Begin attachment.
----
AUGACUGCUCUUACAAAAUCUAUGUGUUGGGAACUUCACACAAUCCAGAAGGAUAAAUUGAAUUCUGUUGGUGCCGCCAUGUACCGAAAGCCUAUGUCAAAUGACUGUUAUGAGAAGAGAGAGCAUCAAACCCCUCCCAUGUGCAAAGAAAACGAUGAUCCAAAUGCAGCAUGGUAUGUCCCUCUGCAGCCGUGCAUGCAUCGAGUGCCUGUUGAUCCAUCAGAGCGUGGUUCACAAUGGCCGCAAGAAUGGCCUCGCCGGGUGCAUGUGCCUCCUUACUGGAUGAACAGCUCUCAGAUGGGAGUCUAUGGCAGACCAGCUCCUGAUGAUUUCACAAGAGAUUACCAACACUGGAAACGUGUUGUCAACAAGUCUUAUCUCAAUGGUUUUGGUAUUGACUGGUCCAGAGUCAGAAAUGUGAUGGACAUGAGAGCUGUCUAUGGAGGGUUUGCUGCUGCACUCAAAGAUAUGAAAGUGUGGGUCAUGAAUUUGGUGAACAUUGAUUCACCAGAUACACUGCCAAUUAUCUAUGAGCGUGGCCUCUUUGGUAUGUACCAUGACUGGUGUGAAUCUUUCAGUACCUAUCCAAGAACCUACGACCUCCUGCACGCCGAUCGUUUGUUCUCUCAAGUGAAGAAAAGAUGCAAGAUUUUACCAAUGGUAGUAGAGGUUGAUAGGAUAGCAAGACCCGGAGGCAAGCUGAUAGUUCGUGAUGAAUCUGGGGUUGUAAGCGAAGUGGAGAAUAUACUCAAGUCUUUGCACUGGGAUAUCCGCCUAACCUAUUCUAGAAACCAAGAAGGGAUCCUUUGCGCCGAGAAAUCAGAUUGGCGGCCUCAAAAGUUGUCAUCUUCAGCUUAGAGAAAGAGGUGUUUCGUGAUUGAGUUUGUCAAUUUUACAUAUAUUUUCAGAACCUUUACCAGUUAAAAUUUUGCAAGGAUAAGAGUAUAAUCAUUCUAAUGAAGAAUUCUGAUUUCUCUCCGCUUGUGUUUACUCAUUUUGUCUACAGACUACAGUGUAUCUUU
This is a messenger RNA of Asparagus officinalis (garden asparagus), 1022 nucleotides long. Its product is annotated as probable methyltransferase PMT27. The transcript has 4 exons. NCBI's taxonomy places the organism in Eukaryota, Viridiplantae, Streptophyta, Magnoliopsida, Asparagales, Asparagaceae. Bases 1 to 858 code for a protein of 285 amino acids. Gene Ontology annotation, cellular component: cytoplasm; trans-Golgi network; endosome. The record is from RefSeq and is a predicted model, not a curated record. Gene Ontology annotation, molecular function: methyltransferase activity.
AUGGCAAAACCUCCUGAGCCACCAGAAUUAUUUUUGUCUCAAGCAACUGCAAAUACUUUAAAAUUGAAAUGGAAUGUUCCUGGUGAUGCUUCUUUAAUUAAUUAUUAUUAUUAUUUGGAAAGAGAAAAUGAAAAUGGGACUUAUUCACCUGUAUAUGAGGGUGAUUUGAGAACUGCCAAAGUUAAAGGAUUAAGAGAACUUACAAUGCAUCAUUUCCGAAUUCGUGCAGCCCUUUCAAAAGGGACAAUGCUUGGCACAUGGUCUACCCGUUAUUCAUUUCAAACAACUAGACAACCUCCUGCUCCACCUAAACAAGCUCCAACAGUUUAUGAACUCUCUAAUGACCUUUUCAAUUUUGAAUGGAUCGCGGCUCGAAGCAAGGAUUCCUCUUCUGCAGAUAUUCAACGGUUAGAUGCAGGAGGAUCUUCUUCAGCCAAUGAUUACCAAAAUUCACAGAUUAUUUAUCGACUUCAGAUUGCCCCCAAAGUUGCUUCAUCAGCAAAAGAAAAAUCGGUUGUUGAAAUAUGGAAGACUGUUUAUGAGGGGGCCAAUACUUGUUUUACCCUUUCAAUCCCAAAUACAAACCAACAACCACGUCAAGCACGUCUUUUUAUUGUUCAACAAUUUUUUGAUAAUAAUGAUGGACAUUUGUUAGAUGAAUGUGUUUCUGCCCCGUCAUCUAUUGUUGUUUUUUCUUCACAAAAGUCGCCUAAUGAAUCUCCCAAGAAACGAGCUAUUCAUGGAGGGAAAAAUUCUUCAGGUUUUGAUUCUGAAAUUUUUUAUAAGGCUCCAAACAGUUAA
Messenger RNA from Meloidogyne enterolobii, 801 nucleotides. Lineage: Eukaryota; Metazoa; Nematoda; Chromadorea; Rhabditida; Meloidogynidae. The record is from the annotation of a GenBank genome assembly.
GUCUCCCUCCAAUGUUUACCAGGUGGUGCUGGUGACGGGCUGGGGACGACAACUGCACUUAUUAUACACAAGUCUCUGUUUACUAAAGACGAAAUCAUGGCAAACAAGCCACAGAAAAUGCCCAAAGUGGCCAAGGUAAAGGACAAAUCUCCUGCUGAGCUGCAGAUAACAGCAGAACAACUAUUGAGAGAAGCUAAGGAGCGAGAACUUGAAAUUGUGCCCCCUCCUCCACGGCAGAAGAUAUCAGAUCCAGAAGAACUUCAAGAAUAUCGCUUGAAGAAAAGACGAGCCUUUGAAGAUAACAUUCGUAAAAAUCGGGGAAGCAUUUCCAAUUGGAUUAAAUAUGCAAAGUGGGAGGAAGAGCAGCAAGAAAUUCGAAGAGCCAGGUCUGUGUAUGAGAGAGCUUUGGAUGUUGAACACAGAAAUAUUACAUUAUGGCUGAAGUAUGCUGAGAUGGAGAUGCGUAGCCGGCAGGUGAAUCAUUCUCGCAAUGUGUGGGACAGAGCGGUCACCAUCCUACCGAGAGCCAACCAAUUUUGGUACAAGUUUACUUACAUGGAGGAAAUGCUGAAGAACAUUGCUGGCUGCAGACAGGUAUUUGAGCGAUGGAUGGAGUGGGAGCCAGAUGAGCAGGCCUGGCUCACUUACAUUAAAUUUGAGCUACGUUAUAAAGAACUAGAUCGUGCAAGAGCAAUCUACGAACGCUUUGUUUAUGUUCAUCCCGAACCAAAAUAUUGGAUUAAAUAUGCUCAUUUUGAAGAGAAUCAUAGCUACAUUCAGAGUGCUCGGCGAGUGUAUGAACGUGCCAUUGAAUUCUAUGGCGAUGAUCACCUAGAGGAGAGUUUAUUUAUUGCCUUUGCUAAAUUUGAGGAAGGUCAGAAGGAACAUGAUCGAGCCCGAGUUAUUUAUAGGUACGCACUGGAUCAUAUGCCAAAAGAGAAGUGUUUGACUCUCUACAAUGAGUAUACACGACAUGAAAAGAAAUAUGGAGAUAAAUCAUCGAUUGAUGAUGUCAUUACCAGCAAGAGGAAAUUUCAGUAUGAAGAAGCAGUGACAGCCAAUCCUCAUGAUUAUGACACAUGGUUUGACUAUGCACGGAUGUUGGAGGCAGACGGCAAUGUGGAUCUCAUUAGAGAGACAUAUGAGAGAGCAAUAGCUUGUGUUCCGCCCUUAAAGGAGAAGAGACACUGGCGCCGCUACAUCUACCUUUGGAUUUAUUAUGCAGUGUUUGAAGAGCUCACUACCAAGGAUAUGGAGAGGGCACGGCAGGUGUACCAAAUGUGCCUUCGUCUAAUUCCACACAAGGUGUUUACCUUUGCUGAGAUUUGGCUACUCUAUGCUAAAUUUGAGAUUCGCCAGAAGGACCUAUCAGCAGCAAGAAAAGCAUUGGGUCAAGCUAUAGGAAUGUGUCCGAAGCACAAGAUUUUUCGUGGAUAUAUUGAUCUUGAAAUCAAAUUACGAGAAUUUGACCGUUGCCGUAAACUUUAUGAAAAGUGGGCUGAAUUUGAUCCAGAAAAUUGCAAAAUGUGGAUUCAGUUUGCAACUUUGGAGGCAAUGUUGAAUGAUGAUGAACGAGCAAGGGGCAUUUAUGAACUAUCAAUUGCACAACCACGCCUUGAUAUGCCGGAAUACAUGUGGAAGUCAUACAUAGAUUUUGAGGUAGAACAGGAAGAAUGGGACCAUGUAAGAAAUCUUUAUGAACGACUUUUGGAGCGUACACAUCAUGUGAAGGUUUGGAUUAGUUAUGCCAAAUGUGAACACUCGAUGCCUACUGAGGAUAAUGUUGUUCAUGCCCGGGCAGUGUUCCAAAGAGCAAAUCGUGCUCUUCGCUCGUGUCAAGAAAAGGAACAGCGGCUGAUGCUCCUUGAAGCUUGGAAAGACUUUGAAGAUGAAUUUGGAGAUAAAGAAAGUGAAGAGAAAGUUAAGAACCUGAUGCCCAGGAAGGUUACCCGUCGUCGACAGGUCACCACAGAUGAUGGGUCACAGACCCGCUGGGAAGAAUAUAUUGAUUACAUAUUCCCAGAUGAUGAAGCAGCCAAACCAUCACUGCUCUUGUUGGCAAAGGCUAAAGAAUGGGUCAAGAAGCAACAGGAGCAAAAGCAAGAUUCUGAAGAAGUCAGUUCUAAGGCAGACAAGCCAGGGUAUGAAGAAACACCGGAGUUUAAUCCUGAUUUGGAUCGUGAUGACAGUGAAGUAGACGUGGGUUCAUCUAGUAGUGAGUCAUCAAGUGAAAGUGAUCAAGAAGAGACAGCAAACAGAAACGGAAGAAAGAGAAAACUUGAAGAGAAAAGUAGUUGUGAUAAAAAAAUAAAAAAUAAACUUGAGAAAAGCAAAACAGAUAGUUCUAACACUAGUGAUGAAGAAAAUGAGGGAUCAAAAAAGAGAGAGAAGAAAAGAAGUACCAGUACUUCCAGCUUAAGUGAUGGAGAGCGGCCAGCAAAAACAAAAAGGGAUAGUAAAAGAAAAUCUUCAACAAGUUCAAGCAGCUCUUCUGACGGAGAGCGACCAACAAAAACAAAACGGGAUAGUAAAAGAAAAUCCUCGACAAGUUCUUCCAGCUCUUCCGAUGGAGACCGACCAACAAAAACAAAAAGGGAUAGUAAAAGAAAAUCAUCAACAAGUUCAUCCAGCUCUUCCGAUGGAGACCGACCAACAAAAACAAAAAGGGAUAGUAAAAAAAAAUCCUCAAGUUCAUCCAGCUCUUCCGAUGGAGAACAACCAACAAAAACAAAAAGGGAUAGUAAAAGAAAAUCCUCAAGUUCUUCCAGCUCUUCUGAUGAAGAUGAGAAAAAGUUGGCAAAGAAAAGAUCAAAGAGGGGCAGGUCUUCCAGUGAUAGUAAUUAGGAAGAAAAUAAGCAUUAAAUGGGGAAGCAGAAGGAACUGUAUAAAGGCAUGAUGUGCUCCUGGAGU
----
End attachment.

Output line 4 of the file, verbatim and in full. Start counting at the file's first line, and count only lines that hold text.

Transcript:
Messenger RNA from Meloidogyne enterolobii, 801 nucleotides. Lineage: Eukaryota; Metazoa; Nematoda; Chromadorea; Rhabditida; Meloidogynidae. The record is from the annotation of a GenBank genome assembly.